"She told him about the book, thinking it could be something for him,” notes producer Carthew Neal. “When Taika read it, he realized it was more serious than he’d imagined, but had the heart and gravity required in this kind of story. He was then able to springboard from this, adding his special touches and bring it into his comic and tonal universe.”
Says Waititi: "The book is more of a drama, though it has comic moments. But I felt if I was going to tackle this subject, I had to bring my own personality and style to it. That meant more fantastical elements and obviously more humor, creating a kind of dance between drama and satire.”
Waititi amazed Leunens by creating something like a jazz riff on her book, whipping up the structure of her story into an antic allegory of how fear mongering can take root in naïve minds—and how love can come out of left field to topple down the walls we put up against other people. “If the book is a classical, panel painting, Taika’s film is more like Picasso’s Guernica,” muses Leunens. “He found a spot for all the most essential scenes, but he added in many of his own touches.”
Indeed, Waititi brought his own private familiarity with the pervasiveness of bigotry in today’s world to Jojo Rabbit. “Most of the prejudice I’ve experienced has been because of the color of my skin,” he explains. “Traditionally in New Zealand, there's been prejudice against Māori people. I did experience that growing up, and I learned to kind of brush it off, which is not a great thing, but you do what you have to do. Still, I think I wound up subverting a lot of these feelings into comedy. That’s why I feel very comfortable poking fun at the people who think it’s clever to hate someone for who they are.”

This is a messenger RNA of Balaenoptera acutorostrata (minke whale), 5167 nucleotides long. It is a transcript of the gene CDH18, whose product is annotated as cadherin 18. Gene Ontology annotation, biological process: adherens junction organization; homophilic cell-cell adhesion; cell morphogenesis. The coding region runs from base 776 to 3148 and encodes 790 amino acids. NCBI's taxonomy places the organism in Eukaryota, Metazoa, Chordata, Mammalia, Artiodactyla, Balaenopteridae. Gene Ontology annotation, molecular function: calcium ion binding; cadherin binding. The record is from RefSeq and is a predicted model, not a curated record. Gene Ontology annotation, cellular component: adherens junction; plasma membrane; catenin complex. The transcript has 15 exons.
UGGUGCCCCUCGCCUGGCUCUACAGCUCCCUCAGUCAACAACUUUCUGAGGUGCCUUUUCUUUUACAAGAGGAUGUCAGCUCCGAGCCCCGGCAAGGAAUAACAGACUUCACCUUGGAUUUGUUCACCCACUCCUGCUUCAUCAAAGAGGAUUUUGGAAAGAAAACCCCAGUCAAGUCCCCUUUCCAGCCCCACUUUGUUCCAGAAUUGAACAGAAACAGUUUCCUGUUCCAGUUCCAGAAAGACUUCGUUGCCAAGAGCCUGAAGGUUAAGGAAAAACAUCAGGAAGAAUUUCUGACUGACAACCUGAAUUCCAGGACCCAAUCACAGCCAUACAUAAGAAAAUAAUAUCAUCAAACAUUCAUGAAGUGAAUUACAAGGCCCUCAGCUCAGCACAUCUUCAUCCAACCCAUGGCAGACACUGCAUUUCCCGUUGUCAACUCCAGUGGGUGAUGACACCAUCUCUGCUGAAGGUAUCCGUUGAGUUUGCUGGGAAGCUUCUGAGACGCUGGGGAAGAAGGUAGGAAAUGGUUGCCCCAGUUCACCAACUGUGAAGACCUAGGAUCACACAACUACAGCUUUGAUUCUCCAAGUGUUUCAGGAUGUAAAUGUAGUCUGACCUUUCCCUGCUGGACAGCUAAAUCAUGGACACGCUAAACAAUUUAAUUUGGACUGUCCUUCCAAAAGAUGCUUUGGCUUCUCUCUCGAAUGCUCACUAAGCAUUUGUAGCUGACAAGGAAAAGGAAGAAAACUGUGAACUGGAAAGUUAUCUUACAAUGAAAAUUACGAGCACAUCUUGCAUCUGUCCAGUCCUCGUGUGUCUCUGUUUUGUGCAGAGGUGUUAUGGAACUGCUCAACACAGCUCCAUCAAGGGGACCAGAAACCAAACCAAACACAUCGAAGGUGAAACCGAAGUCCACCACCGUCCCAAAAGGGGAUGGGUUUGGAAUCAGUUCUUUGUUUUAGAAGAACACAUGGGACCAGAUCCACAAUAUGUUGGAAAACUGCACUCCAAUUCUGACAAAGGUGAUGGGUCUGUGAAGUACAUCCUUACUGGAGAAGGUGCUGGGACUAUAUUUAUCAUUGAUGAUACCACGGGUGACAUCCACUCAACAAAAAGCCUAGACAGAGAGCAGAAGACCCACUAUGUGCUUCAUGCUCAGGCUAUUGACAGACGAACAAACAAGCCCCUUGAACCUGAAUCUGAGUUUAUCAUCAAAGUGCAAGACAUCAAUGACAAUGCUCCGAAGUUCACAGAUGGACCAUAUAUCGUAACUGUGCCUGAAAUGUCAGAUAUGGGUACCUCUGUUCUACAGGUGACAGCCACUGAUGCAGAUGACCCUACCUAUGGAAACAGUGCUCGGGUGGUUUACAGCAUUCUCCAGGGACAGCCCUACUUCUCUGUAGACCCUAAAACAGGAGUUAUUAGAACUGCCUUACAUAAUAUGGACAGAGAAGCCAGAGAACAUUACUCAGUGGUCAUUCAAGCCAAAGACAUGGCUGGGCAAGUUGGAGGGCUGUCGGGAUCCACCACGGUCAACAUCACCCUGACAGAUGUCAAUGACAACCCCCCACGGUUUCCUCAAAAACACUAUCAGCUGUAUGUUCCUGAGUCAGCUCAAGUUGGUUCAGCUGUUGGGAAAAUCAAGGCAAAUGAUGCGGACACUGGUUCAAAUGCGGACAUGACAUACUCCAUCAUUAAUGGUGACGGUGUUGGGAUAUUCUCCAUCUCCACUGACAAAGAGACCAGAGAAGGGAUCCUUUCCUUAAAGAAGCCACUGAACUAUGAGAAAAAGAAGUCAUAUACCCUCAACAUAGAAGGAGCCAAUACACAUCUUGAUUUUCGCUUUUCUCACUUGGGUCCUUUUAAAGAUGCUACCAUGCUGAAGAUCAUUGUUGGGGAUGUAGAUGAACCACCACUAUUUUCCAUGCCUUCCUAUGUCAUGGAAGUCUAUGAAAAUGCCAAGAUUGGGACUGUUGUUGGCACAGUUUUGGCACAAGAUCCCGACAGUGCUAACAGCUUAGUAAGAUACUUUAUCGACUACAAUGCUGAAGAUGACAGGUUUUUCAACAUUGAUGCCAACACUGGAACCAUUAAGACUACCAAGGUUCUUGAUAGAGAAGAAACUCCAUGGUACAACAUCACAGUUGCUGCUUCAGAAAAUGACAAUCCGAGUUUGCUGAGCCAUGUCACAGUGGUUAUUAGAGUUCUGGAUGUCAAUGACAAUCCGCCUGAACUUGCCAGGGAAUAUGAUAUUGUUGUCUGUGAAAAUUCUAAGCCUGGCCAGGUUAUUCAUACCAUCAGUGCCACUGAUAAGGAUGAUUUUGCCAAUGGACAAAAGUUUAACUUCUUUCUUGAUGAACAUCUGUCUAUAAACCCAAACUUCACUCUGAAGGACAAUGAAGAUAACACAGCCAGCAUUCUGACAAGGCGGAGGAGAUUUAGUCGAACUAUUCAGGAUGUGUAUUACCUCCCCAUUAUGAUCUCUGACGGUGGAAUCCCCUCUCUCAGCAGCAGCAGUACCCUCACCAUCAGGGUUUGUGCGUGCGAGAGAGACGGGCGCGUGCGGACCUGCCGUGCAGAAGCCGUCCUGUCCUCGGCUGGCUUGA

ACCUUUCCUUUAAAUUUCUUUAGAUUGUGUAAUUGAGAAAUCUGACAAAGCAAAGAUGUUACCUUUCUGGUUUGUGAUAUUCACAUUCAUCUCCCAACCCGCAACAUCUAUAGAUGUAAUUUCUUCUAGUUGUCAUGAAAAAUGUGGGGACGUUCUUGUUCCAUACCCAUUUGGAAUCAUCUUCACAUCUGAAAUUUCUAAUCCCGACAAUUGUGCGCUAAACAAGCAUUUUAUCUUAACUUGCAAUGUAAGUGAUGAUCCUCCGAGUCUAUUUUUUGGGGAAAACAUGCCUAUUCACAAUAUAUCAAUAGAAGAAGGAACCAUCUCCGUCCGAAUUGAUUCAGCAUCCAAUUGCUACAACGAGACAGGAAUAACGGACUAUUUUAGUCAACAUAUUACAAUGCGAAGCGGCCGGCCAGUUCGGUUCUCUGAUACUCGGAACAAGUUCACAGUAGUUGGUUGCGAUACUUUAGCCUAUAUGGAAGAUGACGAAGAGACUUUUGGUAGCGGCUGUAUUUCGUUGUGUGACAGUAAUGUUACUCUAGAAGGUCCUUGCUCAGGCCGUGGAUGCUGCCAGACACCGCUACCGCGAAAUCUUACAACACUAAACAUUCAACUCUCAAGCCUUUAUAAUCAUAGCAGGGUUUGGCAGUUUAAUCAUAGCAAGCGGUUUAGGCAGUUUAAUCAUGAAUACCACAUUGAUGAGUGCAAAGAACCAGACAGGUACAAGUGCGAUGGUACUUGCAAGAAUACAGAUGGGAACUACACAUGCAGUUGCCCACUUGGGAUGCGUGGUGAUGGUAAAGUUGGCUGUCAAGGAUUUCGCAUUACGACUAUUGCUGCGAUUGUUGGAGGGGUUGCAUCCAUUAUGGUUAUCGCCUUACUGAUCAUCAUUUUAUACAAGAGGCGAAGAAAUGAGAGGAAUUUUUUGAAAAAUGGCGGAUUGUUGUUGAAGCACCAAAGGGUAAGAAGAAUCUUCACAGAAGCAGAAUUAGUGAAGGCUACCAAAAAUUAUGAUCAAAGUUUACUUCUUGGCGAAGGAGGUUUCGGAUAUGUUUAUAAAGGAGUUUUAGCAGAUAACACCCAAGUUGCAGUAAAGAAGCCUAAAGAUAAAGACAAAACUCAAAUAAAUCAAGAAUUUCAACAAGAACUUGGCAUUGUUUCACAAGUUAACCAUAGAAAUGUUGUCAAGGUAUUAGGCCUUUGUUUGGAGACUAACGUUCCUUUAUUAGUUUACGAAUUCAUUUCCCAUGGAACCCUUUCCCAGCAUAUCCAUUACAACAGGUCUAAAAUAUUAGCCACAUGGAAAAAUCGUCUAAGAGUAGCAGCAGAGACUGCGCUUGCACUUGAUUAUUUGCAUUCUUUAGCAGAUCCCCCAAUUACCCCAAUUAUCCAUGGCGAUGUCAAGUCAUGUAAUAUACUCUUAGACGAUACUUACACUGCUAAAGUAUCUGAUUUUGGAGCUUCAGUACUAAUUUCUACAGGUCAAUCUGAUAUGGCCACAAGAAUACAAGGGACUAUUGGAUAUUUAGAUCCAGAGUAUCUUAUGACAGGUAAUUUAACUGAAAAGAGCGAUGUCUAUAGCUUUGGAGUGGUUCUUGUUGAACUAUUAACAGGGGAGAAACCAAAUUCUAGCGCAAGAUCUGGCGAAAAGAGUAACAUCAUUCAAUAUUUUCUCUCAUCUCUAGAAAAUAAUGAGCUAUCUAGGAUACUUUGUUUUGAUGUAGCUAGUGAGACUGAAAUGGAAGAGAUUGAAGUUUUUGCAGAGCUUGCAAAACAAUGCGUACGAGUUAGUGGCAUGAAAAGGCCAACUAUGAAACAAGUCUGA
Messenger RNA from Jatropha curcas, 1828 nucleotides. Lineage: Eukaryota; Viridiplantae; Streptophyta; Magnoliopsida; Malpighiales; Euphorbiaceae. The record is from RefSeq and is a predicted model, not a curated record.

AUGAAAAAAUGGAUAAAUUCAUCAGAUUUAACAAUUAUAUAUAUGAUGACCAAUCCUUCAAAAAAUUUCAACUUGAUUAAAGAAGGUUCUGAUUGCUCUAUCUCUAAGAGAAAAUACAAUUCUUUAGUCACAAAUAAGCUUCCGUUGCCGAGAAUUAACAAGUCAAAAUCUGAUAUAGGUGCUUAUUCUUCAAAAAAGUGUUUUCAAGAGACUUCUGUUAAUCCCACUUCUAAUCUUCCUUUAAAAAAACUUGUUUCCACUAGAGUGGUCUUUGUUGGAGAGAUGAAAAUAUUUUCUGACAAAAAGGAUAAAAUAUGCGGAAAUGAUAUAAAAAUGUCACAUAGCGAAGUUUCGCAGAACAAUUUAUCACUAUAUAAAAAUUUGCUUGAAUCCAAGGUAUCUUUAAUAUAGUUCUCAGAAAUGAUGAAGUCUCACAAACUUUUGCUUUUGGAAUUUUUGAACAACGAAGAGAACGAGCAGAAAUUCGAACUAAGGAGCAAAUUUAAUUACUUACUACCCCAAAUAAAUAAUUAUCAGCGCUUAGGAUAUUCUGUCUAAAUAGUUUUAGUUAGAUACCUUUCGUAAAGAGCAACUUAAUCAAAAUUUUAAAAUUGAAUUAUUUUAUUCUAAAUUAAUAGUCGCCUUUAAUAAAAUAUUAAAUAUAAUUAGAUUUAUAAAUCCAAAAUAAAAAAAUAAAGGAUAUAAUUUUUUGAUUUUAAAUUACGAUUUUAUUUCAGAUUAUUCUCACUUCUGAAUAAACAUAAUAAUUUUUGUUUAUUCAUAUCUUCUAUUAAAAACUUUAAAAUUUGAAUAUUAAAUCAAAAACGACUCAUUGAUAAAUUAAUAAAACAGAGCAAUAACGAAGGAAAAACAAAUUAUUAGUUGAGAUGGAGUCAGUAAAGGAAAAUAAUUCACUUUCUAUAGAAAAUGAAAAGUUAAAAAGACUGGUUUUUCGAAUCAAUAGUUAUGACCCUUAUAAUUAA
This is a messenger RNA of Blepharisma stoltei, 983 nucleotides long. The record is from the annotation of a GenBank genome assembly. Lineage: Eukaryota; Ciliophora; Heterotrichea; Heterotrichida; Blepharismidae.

As he began writing, Waititi was hooked most of all by the idea that Elsa, the Jewish girl who emerges from the wall, transforms Jojo in spite of himself. “The thing I zeroed in on was trying to create a friendship between two people who are, in their minds, total enemies. I like the dynamic where, contrary to what Jojo expects, Elsa holds most of the cards and calls the shots,” he says. “But also, they are in a Catch-22 that binds them together because both face terrible stakes if their secret gets out.”
Also vital to Waititi was creating all the Nazis in the film to be ridiculous and mockable, but also human, full of all the same flaws and quirks as the rest of us—which makes their participation in the fascist realm that much more of a chilling warning of how easily malevolent ideologies can take root on a large scale. This is especially true of Jojo, who initially reveres what he sees as Hitler’s might, until he sees in Elsa and his mother a principled strength that is so much greater.
“It was important to me that Jojo be clearly seen as a 10-year-old-boy who really doesn’t know anything,” Waititi explains. “He just basically loves the idea of dressing in a uniform and being accepted. That's how the Nazis indoctrinated kids, really, by making them feel part of this really cool gang.”